What if Francisco Goya or Petrus Christus were female? Tirtzah Bassel’s paintings brilliantly explore this question, painter by canonical painter, and the sensation is akin to one’s ophthalmologist flipping refractor lenses. It’s hard to relate to Christus’s “male gaze” Nativity, for example, but, oh, with Bassel’s lens adjustment—Joseph making skin-to-skin contact with the newborn, a vaulted arch showing nine months of fetal growth, two Sheela na gigs spreading their vulvas to instruct birthing mothers—the female museum-goer’s vision is abruptly 20/20 for the very first time.
Tirtzah Bassel is an Israel-raised, Brooklyn-inhabiting artist who brilliantly, and belatedly (by 2500+ years), “reimagines art without the patriarchy.” Here she gives us a feminist take on Goya’s brutal painting “Saturn Devouring His Sons.” Goya’s work thrusts the viewer into the terrifying psychopathy of a father eating his child.
In the Roman myth, Saturn eats each of his children as soon as they’re born; it’s been prophesized that one of them will dethrone him. (He also castrates his father, throwing his testicles into the sea, thereby separating Heaven (Uranus) from Earth (Gaea)—that is, the male God from the female Goddess. Guess who wins?) Interestingly, Saturn’s wife saves the youngest child, Jupiter, by substituting a stone wrapped in swaddling clothes. This stone becomes the famous Omphalos Stone of Delphi. The bellybutton stone!
That was exciting. But to get back to Tirtzah Bassel …. her painting mimics Goya’s style, but instead of a cannibal father, she disrupts Western art history’s patriarchal canon by depicting something that’s been missing: What a birthing mother’s true feelings might be: frenzied, dark, polyvalent.
Here Bassel talks to me about her work:
What’s important to me are the basic questions: What is a woman? What is a mother? What is a rite-of-passage? My assumption is that images from the canon filter into our consciousness even if we’re inattentive. These images are not neutral. They embody ideas about gender, race, and class, and they answer our questions before we even know what our questions are: What is caretaking? What is the afterlife? What is a father? What narrative matters?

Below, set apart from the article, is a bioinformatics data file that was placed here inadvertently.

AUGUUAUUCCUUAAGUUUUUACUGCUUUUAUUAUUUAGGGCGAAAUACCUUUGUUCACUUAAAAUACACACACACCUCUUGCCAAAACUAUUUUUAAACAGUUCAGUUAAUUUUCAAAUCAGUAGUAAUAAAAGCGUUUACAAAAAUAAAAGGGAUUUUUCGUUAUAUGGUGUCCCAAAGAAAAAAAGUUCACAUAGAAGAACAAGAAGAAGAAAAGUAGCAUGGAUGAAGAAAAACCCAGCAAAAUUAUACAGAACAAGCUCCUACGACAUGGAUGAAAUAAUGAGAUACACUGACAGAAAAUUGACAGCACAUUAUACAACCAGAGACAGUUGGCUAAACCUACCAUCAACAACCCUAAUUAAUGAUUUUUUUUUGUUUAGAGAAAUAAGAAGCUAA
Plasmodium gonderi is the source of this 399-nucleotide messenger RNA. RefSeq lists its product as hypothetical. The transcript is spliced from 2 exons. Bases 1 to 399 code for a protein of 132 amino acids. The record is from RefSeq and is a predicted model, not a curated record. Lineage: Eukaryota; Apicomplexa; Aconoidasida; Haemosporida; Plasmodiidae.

Take the birth of Jesus in a manger. We see chosen moments. Never the baby coming out of Mary. Never Joseph making skin-to-skin contact with the newborn. Never Mary’s experience centered.
In my painting after Petrus Christus’ “The Nativity,” I show the virgin conception as Mary pleasuring herself, and an arch depicting Mary’s womb in each month of gestation, with the final scene being Mary holding an extremely long umbilical cord with Jesus in her arms on one side and the cord still inside her on the other. In my reworking of another painting, Michelangelo’s “The Creation of Adam,” God is female and Adam is intersex. I call this painting “I Was Born This Way.”
In the painting we see the mother’s first act upon releasing the baby into the world. There is violence we’re not used to seeing: the powerful moment of a mother and baby needing to disconnect from each other. The moment of severing is a life-giving moment. And there’s a fierce side of motherhood that’s absent from our cultural imagery. There’s intensity here, but is it rage? Fear? Empowerment? Loss? You feel your mortality in this moment of birth, how close birth is to death.
When you have a baby, nothing prepares you for it. You’re alone with this. You can’t fake your way out, can’t intellectualize or compartmentalize this physical experience. When we only have the patriarchy’s images, we erase vital information for women: like how to inhabit our bodies—at particular moments and in life.
I came of age in the ‘90s. I thought feminism had already happened! But then I had the astonishing realization that there were so many women artists I was not aware of. And that we have to revisit the whole entire story, creating and uncovering, moving forward and backward at the same time.